Skip to main content

SF Chronicle Profiles PG&E's Peter Darbee

From a column by David Lazarus:
Peter Darbee, now winding up his second year as chief exec of PG&E Corp., is a self-professed conservative and no great friend to progressive causes.

So he's as surprised as anyone to find himself emerging as a corporate leader in, of all things for an energy industry heavyweight, saving the planet from global warming.

"If you had asked me five years ago, this wouldn't have occurred to me," Darbee acknowledged in an interview. "Somewhere in this process (of becoming CEO), I developed a point of view."

That point of view, specifically, is this: "The Earth is warming. Mankind appears to be responsible. The need to take action is now."

[...]

"What he's talking about is very welcome," said Carl Zichella, California regional director for the Sierra Club. "It's important to have business leaders of his caliber talking about this."

Not that PG&E and the Sierra Club are suddenly in bed together. Zichella said that if Darbee is really serious about safeguarding the environment, he'd also be looking to mothball the company's Diablo Canyon nuclear power plant.

PG&E is spending more than $700 million in ratepayer funds to refurbish the plant and keep it operational for at least another 20 years -- even though it's run out of room for spent fuel rods and now intends to store them, at least temporarily, on a hillside overlooking the coastal facility.

"They could just as easily be spending that $700 million on renewables," Zichella said.

Darbee responds that nuclear energy, which accounts for about 20 percent of electricity generation nationwide, has its place if our primary goal is to reduce greenhouse-gas emissions.

"The threat of global warming is so significant," he said, "that many environmentalists who opposed nuclear energy now support it."
One day, it's Democrats supporting nuclear energy. The next, it's a Republican admitting that his views on global warming have changed, and it's time for caps on carbon emissions.

There's a chance for a deal here. The world can't afford to pass it up.

Technorati tags: , , , , , , , , , , ,

Comments

Popular posts from this blog

How Nanomaterials Can Make Nuclear Reactors Safer and More Efficient

The following is a guest post from Matt Wald, senior communications advisor at NEI. Follow Matt on Twitter at @MattLWald.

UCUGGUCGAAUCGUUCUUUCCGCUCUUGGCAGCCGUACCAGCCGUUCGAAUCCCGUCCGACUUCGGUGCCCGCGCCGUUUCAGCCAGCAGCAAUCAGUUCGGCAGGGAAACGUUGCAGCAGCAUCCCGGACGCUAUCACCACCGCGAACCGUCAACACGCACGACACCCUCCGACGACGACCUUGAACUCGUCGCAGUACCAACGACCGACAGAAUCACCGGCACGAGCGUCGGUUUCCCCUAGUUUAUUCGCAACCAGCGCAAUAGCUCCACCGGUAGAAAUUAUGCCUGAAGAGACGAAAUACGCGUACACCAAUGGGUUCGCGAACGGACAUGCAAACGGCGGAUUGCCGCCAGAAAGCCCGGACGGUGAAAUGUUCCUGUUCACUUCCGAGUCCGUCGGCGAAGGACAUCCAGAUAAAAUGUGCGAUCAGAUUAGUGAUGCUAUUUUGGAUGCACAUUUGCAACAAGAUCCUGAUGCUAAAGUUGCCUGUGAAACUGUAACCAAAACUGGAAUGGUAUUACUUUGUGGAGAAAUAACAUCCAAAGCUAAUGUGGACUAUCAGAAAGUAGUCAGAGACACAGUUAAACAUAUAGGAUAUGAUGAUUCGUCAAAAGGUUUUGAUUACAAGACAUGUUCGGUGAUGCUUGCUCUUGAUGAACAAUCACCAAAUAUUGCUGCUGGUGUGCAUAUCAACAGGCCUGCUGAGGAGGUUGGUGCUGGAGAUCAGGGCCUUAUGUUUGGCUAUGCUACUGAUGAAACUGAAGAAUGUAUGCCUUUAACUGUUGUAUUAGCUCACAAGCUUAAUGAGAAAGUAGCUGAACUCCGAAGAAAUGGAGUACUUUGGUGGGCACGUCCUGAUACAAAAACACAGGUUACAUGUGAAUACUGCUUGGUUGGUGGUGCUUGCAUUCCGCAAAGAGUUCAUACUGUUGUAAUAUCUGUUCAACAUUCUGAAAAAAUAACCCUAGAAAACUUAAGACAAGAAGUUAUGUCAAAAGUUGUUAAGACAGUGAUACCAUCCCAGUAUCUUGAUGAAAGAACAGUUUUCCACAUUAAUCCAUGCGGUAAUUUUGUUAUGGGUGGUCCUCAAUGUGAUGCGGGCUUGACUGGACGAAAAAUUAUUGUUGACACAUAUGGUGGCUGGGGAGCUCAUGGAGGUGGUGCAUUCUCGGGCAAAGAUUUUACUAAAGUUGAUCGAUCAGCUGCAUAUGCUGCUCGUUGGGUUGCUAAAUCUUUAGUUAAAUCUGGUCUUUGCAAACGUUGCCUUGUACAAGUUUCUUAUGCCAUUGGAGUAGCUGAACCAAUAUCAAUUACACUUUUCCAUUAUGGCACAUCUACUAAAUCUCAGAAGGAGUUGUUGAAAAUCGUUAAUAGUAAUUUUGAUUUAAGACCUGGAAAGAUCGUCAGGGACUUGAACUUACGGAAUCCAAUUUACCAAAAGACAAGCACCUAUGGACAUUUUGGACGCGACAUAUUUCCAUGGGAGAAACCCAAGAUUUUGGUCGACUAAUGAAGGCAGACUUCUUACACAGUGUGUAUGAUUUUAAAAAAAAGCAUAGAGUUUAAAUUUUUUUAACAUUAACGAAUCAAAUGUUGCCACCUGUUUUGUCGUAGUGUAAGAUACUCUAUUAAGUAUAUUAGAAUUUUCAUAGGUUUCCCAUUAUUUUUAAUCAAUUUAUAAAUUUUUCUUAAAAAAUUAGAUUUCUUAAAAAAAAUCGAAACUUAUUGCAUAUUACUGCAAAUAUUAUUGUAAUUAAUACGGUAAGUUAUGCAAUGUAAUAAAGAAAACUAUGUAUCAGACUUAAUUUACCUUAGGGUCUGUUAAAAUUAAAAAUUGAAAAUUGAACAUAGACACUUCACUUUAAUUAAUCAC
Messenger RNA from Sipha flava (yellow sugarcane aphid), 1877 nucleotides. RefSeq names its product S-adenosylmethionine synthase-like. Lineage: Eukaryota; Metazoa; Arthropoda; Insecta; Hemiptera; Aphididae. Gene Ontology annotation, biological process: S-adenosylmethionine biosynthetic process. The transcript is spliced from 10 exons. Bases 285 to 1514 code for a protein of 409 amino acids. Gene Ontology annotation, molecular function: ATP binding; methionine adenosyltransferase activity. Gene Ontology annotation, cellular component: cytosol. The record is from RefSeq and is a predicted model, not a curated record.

From the batteries in our cell phones to the clothes on our backs, "nanomaterials" that are designed molecule by molecule are working their way into our economy and our lives. Now there’s some promising work on new materials for nuclear reactors.

Reactors are a tough environment. The sub atomic particles that sustain the chain reaction, neutrons, are great for splitting additional uranium atoms, but not all of them hit a uranium atom; some of them end up in various metal components of the reactor. The metal is usually a crystalline structure, meaning it is as orderly as a ladder or a sheet of graph paper, but the neutrons rearrange the atoms, leaving some infinitesimal voids in the structure and some areas of extra density. The components literally grow, getting longer and thicker. The phenomenon is well understood and designers compensate for it with a …

Missing the Point about Pennsylvania’s Nuclear Plants

A group that includes oil and gas companies in Pennsylvania released a study on Monday that argues that twenty years ago, planners underestimated the value of nuclear plants in the electricity market. According to the group, that means the state should now let the plants close.

Huh?

The question confronting the state now isn’t what the companies that owned the reactors at the time of de-regulation got or didn’t get. It’s not a question of whether they were profitable in the '80s, '90s and '00s. It’s about now. Business works by looking at the present and making projections about the future.

Is losing the nuclear plants what’s best for the state going forward?

Pennsylvania needs clean air. It needs jobs. And it needs protection against over-reliance on a single fuel source.


What the reactors need is recognition of all the value they provide. The electricity market is depressed, and if electricity is treated as a simple commodity, with no regard for its benefit to clean air o…

Why Nuclear Plant Closures Are a Crisis for Small Town USA

Nuclear plants occupy an unusual spot in the towns where they operate: integral but so much in the background that they may seem almost invisible. But when they close, it can be like the earth shifting underfoot.

Lohud.com, the Gannett newspaper that covers the Lower Hudson Valley in New York, took a look around at the experience of towns where reactors have closed, because the Indian Point reactors in Buchanan are scheduled to be shut down under an agreement with Gov. Mario Cuomo.


From sea to shining sea, it was dismal. It wasn’t just the plant employees who were hurt. The losses of hundreds of jobs, tens of millions of dollars in payrolls and millions in property taxes depressed whole towns and surrounding areas. For example:

Vernon, Vermont, home to Vermont Yankee for more than 40 years, had to cut its municipal budget in half. The town closed its police department and let the county take over; the youth sports teams lost their volunteer coaches, and Vernon Elementary School lost th…